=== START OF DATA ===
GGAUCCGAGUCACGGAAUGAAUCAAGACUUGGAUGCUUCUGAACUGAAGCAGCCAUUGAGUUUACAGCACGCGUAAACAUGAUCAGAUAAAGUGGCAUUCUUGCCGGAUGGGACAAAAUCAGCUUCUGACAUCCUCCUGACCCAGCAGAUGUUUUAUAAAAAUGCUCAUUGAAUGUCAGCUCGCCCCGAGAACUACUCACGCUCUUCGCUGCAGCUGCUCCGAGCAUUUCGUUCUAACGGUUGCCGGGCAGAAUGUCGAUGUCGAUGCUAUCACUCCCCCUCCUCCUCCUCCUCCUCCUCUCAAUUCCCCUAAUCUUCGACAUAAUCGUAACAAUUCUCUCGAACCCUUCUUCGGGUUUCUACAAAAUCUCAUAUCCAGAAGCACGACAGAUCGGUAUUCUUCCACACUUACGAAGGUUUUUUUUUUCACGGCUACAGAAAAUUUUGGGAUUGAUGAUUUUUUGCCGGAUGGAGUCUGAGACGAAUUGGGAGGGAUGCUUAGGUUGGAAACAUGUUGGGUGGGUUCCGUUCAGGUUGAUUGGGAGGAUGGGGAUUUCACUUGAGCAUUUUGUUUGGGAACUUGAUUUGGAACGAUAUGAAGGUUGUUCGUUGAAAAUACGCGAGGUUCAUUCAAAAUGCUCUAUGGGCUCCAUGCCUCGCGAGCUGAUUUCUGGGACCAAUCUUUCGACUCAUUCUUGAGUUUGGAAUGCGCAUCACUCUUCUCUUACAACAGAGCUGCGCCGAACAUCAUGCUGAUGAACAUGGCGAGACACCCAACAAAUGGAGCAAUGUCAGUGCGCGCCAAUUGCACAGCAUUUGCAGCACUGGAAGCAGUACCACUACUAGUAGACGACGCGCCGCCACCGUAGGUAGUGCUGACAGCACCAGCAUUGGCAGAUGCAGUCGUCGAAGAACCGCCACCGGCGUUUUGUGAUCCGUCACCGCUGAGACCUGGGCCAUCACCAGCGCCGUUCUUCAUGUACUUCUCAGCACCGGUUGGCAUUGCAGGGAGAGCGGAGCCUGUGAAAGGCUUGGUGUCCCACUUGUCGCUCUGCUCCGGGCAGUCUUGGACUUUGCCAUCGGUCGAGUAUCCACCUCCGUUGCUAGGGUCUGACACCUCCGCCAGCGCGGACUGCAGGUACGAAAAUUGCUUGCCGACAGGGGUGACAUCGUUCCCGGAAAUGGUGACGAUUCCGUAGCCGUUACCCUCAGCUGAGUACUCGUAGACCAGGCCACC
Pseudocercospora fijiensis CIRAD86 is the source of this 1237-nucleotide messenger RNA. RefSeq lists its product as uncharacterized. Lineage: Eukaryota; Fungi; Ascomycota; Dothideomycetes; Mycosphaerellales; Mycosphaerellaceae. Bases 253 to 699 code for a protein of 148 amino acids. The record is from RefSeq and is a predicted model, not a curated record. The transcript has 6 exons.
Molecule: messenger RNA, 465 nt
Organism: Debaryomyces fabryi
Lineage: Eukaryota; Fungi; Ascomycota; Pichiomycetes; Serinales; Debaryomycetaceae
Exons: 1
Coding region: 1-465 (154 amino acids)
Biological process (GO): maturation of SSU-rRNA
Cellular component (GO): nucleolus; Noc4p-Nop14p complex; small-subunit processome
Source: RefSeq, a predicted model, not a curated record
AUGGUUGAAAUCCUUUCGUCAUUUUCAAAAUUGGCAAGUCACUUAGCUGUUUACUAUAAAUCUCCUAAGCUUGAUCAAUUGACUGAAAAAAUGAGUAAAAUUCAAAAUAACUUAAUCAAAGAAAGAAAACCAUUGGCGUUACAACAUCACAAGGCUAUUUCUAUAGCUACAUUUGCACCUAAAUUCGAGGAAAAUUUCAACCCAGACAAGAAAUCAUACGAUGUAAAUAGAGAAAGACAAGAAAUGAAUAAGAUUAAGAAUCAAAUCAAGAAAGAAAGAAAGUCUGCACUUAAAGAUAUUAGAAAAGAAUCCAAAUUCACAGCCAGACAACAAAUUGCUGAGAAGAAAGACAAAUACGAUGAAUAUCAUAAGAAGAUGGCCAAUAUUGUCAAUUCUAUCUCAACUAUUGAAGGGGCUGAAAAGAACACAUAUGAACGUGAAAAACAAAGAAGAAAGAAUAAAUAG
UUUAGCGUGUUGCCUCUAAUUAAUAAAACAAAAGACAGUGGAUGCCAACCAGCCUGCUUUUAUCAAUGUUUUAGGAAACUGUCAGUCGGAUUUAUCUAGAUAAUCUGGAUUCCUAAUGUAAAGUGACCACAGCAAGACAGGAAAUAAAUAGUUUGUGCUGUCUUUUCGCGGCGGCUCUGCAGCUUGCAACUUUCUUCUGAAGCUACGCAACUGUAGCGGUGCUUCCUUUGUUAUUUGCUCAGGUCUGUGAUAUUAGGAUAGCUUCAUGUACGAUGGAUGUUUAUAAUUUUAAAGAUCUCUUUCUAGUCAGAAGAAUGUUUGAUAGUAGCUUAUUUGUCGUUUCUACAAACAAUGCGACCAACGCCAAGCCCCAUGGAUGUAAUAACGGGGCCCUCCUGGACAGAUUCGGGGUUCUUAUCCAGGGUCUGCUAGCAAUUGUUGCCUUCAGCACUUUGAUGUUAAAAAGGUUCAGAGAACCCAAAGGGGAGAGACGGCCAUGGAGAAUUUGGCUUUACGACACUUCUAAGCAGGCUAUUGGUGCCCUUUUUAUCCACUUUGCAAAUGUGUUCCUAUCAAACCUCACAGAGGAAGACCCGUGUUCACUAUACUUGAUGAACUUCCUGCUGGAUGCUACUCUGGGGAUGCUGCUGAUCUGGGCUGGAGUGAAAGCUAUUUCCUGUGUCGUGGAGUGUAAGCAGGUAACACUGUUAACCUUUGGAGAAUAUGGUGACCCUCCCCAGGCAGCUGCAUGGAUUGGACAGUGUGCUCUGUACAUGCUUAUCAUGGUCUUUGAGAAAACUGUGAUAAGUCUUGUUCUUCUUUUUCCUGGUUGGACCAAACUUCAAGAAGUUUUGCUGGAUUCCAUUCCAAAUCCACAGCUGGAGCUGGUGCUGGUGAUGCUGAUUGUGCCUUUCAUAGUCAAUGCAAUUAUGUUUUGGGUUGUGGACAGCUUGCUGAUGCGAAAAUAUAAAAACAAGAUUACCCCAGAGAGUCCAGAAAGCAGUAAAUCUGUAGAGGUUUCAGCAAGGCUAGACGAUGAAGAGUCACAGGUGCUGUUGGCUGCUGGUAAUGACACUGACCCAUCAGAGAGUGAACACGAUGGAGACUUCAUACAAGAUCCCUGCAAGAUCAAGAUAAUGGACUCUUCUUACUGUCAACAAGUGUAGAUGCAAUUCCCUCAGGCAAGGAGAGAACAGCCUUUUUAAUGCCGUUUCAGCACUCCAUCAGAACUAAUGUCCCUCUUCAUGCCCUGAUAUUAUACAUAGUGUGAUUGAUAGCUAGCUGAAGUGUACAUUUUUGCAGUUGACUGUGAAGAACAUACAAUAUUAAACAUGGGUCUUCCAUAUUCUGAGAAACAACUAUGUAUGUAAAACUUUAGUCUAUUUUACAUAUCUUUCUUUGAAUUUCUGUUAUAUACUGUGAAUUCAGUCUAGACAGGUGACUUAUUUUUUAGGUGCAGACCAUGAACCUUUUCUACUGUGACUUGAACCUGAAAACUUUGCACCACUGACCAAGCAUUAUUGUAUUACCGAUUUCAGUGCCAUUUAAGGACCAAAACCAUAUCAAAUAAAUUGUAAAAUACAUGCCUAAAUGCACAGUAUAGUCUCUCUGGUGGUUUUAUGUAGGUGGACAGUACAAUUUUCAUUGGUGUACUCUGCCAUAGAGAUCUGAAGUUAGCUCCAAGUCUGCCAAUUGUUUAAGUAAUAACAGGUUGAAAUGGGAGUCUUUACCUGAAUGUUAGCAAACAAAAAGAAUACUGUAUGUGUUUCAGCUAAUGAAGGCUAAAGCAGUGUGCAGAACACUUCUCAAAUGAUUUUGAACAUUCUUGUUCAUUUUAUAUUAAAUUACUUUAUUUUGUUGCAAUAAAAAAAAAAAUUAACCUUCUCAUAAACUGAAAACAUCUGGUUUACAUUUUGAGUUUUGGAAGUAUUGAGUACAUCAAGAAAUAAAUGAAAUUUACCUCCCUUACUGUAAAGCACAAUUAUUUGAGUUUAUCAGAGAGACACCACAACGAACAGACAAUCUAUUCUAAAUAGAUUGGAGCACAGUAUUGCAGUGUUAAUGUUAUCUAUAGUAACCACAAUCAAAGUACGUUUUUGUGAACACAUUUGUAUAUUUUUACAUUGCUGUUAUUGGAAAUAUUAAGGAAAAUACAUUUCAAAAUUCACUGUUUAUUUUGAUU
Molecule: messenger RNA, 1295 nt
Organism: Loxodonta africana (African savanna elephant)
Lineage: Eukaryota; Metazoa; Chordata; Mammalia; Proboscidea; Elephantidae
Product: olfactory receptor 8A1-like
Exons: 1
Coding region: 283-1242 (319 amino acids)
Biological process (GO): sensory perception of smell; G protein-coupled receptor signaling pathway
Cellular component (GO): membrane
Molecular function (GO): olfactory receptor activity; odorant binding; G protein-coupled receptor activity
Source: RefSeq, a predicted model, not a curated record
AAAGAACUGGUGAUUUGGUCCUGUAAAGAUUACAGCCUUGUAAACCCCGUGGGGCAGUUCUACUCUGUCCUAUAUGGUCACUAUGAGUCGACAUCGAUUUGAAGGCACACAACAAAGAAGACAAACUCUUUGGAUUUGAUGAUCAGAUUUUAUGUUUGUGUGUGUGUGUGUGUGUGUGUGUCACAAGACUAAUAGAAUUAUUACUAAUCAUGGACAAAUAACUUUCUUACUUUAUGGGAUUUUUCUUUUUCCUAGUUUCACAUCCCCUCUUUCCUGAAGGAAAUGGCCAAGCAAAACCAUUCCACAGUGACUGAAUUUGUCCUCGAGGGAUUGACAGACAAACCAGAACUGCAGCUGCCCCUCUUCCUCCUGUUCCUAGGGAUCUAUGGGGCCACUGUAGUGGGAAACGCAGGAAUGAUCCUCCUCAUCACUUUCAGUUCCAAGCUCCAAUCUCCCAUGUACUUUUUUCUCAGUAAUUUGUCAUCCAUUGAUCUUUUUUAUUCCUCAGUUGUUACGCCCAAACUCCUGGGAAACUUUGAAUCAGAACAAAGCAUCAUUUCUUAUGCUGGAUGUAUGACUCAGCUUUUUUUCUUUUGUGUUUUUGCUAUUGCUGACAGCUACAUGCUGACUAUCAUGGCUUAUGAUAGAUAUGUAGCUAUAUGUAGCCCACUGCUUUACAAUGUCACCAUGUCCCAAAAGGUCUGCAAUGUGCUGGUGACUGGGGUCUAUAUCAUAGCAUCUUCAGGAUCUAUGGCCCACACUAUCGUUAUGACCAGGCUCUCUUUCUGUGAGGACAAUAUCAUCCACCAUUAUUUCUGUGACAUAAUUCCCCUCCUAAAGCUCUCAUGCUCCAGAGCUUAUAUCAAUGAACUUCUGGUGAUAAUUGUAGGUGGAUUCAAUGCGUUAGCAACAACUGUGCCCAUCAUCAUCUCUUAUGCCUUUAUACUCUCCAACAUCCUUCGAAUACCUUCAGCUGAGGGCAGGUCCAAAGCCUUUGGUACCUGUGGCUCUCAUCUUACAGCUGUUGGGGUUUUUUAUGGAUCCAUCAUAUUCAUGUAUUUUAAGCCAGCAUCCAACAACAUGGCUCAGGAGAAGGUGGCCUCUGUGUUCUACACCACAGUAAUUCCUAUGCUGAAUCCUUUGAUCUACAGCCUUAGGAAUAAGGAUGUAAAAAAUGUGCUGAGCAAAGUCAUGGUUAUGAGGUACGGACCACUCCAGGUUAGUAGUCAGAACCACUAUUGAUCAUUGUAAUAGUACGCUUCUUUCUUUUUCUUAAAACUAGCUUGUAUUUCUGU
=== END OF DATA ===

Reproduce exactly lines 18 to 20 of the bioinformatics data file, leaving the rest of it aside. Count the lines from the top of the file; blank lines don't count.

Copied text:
Coding region: 283-1242 (319 amino acids)
Biological process (GO): sensory perception of smell; G protein-coupled receptor signaling pathway
Cellular component (GO): membrane